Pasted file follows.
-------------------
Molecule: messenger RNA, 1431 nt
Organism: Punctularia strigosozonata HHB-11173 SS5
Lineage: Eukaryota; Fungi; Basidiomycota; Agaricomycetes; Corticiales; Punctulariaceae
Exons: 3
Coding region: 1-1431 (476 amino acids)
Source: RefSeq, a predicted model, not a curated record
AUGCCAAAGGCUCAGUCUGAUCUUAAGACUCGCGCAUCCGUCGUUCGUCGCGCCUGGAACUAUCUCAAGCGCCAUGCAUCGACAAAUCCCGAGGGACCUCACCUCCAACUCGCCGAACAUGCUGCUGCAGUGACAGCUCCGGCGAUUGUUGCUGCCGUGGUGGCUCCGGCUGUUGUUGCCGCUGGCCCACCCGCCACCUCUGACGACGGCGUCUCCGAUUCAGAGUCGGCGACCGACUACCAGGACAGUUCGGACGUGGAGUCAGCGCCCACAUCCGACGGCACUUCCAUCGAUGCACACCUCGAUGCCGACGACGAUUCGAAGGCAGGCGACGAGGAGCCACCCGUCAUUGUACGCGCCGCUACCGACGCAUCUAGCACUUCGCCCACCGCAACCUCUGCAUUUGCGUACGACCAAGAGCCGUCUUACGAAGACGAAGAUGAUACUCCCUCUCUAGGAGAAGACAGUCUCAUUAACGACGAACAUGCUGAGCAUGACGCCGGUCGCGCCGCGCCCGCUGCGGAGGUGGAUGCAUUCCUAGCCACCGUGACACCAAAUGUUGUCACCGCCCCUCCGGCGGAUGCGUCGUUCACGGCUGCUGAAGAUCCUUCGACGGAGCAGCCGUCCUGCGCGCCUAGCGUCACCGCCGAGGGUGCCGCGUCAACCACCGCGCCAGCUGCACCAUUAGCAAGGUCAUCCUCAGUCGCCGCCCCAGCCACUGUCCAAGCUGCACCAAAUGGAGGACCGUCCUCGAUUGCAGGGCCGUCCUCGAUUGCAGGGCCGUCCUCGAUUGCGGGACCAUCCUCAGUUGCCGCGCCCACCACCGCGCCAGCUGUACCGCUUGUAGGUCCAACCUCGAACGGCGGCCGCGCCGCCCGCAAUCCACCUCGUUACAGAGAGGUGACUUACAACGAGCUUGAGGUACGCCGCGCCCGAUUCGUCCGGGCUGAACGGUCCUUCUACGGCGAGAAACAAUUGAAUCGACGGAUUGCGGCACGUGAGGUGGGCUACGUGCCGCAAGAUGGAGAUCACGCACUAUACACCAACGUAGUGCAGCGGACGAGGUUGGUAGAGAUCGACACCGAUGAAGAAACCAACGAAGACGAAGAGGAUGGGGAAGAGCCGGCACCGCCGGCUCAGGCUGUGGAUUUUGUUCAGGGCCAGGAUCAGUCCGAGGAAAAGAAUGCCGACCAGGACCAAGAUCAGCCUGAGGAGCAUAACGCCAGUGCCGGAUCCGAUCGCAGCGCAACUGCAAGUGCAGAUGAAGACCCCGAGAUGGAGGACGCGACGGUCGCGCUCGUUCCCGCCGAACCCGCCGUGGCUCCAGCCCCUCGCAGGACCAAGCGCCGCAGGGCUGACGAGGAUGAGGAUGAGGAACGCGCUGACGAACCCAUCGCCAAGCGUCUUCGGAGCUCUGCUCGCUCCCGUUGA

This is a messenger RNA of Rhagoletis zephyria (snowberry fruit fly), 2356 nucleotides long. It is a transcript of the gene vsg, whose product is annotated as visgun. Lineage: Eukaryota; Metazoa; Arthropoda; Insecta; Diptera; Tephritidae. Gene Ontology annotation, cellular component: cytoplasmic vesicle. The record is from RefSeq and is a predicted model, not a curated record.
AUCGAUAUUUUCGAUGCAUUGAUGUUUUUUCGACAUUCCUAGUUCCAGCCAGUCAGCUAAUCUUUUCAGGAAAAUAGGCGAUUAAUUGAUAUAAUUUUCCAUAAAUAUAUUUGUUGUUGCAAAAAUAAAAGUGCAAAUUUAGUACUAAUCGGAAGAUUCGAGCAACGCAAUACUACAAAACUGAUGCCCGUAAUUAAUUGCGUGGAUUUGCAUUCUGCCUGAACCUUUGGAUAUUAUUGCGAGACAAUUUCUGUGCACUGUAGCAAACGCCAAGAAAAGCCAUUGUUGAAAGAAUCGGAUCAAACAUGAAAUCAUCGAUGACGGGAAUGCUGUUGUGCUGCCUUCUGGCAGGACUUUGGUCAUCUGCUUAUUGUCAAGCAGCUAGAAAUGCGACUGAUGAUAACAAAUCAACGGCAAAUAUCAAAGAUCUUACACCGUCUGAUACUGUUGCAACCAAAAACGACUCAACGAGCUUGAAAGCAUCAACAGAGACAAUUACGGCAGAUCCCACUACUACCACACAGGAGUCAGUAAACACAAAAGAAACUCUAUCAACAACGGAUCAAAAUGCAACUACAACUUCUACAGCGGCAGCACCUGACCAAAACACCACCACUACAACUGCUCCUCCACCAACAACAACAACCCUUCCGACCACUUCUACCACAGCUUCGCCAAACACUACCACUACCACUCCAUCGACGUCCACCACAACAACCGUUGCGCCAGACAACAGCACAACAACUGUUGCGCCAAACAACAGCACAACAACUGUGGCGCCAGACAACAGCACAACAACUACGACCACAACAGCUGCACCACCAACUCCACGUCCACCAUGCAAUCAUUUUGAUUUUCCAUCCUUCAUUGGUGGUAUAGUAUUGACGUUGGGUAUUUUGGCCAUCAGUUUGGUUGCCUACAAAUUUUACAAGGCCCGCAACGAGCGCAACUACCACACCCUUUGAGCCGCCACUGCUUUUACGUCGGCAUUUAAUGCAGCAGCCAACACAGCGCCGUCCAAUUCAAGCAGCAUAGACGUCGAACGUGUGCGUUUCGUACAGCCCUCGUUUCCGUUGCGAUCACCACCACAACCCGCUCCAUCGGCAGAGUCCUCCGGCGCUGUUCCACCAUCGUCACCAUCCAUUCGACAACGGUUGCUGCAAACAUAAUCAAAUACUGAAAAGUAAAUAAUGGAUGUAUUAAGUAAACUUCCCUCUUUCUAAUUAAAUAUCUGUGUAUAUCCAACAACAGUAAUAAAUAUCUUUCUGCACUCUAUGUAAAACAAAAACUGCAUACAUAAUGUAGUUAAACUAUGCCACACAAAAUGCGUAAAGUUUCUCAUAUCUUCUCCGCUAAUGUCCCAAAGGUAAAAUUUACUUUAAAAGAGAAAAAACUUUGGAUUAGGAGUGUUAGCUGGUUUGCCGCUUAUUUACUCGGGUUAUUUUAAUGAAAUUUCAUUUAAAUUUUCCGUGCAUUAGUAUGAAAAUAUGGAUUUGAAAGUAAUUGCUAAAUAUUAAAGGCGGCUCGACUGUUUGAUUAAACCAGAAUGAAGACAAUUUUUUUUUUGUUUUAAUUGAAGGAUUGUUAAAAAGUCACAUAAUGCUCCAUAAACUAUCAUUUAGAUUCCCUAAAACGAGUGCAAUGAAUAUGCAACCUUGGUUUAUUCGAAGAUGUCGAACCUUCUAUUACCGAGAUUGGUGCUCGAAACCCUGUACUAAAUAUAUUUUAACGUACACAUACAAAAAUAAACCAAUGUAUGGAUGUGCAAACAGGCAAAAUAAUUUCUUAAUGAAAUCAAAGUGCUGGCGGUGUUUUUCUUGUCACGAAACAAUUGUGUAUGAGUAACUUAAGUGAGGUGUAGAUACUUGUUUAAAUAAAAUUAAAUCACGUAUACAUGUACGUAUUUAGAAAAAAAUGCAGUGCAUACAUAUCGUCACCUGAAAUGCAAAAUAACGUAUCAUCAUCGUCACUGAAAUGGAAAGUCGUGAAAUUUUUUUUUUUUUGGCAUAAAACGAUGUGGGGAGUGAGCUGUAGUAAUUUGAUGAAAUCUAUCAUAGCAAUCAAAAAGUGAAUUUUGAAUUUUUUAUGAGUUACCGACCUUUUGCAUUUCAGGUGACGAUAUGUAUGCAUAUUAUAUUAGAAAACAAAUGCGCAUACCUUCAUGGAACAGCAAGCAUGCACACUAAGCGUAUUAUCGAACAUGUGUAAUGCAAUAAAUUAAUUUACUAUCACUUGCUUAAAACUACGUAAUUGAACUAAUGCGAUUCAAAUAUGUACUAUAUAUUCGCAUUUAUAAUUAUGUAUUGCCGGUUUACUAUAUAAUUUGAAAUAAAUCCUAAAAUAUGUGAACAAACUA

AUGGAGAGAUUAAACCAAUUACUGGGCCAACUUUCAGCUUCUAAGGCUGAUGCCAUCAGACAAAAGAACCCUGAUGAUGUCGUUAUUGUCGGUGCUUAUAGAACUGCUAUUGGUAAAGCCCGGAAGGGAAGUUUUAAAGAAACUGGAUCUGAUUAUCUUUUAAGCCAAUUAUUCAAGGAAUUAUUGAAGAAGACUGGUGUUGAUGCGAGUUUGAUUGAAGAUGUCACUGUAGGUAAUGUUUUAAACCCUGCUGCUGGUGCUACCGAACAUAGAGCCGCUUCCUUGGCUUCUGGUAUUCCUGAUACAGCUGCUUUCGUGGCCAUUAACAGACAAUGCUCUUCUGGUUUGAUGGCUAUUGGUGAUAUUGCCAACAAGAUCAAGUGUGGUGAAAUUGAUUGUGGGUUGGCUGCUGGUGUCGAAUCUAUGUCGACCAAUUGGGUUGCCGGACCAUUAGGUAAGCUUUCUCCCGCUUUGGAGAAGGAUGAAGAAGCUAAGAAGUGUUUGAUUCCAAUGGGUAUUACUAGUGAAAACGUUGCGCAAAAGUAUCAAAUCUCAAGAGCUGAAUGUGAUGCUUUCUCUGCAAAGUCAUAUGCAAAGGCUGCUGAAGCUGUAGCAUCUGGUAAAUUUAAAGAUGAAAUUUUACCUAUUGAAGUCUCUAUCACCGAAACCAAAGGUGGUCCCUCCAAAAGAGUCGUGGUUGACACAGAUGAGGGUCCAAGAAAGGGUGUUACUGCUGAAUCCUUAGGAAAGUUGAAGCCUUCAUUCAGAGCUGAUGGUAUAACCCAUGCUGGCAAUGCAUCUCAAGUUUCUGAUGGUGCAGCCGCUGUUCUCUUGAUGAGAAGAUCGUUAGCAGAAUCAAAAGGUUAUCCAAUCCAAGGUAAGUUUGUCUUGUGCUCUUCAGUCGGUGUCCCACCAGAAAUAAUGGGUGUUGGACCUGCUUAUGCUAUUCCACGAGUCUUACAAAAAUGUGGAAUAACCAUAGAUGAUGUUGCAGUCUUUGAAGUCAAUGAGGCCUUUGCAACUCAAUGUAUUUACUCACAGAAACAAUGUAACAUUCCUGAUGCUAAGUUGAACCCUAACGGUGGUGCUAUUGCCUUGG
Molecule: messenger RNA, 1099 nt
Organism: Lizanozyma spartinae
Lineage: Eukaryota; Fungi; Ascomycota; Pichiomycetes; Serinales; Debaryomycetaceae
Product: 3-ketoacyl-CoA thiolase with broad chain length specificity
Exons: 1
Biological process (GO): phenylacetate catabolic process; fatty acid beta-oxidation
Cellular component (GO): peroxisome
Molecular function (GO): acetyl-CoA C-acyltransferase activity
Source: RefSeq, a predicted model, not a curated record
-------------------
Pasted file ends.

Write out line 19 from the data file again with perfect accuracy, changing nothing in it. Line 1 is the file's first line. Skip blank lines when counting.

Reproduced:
Source: RefSeq, a predicted model, not a curated record